The British and Irish Lions tour of Australia spluttered to a controversial start when Western Force coach Michael Foley withdrew his top players from the game.
His reason, he was saving them for last Sunday’s Super 15 game against the Waratahs.
Fans immediately began calling for Foley’s dismissal, saying he had disrespected his players, the Lions, the paying public and the rugby public at large.
Wallaby centre Adam Ashley-Cooper commended the Force players for not complaining, but said they had been denied “a once-in-a-lifetime opportunity to play against the Lions”.
The depleted-Force lost to the Lions 69-17. Despite Foley’s tactics, the Force went on to loose to the Waratahs 28-13. To make matters worse, the Waratahs had 10 players out through national-team commitments, and a further seven players injured.
Lions Tour Alive
But the Lions Tour came alive in the rugby heartland of Brisbane on Saturday (June 8). Reds fans and Lions fans were out in force in the city through the day, then they packed Suncorp Stadium to watch a thrilling game, won by the Lions 22-12.
It had become almost certain that Wallaby coach Robbie Deans had no intention of picking star flyhalf Quade Cooper. So the fans, the team and most of Queensland had their hackles up—and were out to prove a point.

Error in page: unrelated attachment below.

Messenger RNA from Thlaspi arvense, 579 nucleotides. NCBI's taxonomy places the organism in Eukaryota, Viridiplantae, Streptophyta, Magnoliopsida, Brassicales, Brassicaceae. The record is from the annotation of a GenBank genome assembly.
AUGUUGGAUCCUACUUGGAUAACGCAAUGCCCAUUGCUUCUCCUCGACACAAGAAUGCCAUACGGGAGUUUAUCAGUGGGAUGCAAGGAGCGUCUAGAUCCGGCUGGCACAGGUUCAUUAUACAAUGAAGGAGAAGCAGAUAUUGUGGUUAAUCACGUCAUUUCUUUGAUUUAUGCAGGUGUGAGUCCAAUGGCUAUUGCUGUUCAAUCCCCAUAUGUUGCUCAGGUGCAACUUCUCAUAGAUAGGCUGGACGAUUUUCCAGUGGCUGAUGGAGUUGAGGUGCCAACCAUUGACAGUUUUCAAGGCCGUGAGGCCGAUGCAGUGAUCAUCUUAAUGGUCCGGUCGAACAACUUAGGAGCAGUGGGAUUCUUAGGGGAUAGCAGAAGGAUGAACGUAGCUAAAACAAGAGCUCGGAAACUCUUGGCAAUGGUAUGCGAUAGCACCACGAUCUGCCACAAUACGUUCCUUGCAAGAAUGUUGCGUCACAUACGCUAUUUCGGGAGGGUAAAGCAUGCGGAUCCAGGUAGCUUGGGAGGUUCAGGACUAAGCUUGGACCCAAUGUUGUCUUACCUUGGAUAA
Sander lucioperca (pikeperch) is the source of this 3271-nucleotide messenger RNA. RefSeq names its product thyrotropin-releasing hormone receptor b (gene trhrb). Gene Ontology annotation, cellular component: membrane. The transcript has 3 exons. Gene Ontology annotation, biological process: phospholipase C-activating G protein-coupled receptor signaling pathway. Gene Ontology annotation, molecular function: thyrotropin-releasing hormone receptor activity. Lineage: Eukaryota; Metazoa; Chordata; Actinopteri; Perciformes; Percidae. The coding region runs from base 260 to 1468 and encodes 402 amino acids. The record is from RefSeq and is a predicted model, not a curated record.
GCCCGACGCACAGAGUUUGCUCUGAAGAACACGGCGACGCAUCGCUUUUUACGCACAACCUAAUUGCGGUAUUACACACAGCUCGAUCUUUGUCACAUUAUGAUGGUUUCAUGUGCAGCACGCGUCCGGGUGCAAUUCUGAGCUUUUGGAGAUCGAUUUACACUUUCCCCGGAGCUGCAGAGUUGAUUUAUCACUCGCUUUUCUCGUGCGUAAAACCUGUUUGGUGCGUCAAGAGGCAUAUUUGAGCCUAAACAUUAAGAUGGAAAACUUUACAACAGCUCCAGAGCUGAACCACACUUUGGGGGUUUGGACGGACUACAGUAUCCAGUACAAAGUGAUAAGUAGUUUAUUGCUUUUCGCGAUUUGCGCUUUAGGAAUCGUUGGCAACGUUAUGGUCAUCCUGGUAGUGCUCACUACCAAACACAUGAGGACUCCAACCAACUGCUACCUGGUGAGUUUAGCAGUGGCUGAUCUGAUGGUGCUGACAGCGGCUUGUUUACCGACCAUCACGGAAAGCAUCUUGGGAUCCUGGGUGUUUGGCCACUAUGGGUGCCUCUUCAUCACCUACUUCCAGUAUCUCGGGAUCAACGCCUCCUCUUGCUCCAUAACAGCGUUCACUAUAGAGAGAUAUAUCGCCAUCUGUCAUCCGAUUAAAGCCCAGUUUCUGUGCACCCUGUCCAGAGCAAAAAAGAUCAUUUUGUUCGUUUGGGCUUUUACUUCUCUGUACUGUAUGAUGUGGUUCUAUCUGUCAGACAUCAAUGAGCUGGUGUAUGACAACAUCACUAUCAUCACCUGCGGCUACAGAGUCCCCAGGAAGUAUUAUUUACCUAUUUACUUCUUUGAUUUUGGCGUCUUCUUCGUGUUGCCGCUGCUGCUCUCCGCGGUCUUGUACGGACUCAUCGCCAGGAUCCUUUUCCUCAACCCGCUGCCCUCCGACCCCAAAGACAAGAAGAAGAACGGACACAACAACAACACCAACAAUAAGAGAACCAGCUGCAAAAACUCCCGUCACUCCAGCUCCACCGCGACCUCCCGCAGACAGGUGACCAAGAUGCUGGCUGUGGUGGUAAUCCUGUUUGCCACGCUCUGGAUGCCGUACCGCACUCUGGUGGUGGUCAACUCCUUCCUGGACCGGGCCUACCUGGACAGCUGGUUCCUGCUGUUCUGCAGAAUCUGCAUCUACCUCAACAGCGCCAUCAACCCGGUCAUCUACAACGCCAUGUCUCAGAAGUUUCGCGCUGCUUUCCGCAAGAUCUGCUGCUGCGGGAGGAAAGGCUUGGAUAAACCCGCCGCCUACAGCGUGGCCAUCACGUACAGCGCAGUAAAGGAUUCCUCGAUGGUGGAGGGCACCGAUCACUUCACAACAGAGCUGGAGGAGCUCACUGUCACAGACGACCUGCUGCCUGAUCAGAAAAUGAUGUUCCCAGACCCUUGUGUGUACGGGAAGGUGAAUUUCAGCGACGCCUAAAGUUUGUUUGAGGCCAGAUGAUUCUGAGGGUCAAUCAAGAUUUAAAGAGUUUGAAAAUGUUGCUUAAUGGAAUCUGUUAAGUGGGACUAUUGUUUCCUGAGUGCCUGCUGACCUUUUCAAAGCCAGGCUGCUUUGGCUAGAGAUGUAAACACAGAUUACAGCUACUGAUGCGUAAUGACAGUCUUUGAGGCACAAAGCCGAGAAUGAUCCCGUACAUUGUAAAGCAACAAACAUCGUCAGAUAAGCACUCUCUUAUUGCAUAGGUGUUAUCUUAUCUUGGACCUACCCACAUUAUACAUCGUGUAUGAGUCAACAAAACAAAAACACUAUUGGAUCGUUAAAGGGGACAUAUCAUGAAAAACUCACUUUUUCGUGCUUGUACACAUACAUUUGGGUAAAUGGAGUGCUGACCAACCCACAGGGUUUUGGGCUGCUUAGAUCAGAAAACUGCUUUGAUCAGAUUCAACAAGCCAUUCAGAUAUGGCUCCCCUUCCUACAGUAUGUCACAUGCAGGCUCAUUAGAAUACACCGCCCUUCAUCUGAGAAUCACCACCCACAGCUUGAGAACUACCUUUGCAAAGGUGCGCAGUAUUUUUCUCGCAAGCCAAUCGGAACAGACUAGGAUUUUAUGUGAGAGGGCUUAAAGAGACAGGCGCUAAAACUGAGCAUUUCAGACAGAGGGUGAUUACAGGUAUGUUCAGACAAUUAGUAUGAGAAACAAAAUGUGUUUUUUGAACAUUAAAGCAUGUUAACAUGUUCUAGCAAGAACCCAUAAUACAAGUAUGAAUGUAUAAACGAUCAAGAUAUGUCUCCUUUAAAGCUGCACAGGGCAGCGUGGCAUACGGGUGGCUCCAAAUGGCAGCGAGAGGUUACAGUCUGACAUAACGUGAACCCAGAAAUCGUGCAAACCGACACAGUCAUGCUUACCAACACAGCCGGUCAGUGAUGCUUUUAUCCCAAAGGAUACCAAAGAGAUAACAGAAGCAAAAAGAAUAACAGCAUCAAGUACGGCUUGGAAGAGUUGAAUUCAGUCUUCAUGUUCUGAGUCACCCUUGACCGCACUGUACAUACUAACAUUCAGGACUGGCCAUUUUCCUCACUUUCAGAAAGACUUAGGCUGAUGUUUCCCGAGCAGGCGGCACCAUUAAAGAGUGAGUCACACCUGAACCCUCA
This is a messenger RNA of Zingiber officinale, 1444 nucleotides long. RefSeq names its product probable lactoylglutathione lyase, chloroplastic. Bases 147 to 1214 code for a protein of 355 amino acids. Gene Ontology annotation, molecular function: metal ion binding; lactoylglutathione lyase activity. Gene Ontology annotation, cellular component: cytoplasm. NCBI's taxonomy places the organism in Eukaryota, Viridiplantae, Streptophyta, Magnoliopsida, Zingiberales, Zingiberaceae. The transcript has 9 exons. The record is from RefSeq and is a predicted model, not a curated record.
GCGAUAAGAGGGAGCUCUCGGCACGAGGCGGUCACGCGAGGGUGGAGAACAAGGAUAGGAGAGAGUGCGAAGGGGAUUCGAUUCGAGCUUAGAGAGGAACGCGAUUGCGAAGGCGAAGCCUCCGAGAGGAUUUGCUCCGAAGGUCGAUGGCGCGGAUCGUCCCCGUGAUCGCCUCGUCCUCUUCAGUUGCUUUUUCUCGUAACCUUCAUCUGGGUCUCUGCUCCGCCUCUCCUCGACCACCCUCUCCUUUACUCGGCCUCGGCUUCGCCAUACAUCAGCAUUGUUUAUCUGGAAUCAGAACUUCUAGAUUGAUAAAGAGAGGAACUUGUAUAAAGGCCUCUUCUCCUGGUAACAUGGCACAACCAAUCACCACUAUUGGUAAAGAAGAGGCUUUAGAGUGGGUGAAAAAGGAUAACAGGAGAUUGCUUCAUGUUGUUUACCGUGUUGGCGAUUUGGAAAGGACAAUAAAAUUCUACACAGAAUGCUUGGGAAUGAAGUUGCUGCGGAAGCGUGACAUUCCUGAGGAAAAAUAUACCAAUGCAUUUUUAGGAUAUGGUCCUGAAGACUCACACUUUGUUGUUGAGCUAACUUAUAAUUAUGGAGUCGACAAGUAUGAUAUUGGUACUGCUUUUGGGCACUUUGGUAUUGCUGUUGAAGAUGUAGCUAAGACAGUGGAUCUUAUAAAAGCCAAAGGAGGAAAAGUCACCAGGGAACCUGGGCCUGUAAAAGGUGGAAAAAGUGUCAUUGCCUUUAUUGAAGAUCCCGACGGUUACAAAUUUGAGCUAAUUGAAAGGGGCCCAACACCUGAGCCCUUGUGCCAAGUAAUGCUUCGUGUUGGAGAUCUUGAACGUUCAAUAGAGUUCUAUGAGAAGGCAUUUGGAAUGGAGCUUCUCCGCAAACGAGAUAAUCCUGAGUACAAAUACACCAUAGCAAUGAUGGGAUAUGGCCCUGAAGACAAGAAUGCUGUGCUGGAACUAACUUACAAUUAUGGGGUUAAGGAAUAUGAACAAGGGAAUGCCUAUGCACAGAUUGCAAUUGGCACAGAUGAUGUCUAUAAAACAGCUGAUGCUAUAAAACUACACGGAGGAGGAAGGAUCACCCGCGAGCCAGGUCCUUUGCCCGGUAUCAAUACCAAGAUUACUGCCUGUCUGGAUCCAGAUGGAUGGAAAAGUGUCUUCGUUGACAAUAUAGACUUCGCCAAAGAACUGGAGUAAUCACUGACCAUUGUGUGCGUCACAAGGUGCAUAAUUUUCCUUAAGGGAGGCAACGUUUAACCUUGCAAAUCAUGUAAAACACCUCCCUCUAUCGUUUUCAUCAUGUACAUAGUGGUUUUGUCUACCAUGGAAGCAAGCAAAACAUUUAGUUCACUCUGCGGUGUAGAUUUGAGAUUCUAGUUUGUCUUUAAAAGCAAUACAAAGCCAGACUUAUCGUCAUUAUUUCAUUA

And what a point coach Ewen McKenzie and Cooper proved. Cooper single-handedly re-engineered the game, by running the ball from everywhere.
The Lions were bigger and better at the set pieces, so McKenzie had Cooper try to run them off their feet, giving the Reds their only chance of victory.
Cooper stuck to the plan irrespective of field position and despite consistent rain in the second half. The high-pace plan did nothing to limit the physical clashes, with both sides courageous in contact.
The Lions backs look exciting, but winger Tommy Bowe broke a bone in his hand.
After the game, McKenzie had a word for Deans: “All we did was present a way to put them under pressure. Whether someone wants to mimic that—we’ll see.”
Former Reds and Wallabies coach Eddie Jones virtually accused Deans of playing mind games with Cooper.
“Please, don’t treat the rugby public to the sham of media speak on Quade Cooper,” Jones wrote, addressing Deans in his News Limited newspaper column.
Jones—like many—rates Cooper as Australia’s best flyhalf and described criticism of him as “rubbish”.
“Deans does not forgive players who cross him,” Jones wrote. “Just ask Andrew Mehrtens and Matt Giteau.”
Other big names that can be added to that list include Tana Umaga and Christian Cullen.
Speaking to reporters at the Wallaby’s training camp on Sunday June 9, Deans confirmed Cooper’s omission.
“We’ve obviously not included him [Cooper] in the additional six at this stage, but as you’ve seen [with injuries], things happen quickly.
“This is a 3-Test campaign and nothing surprises you in this industry.
“Quade is a huge talent, we understand what he is capable of. We’ve now settled on the squad and we’ll get on with our opportunity,” said Deans.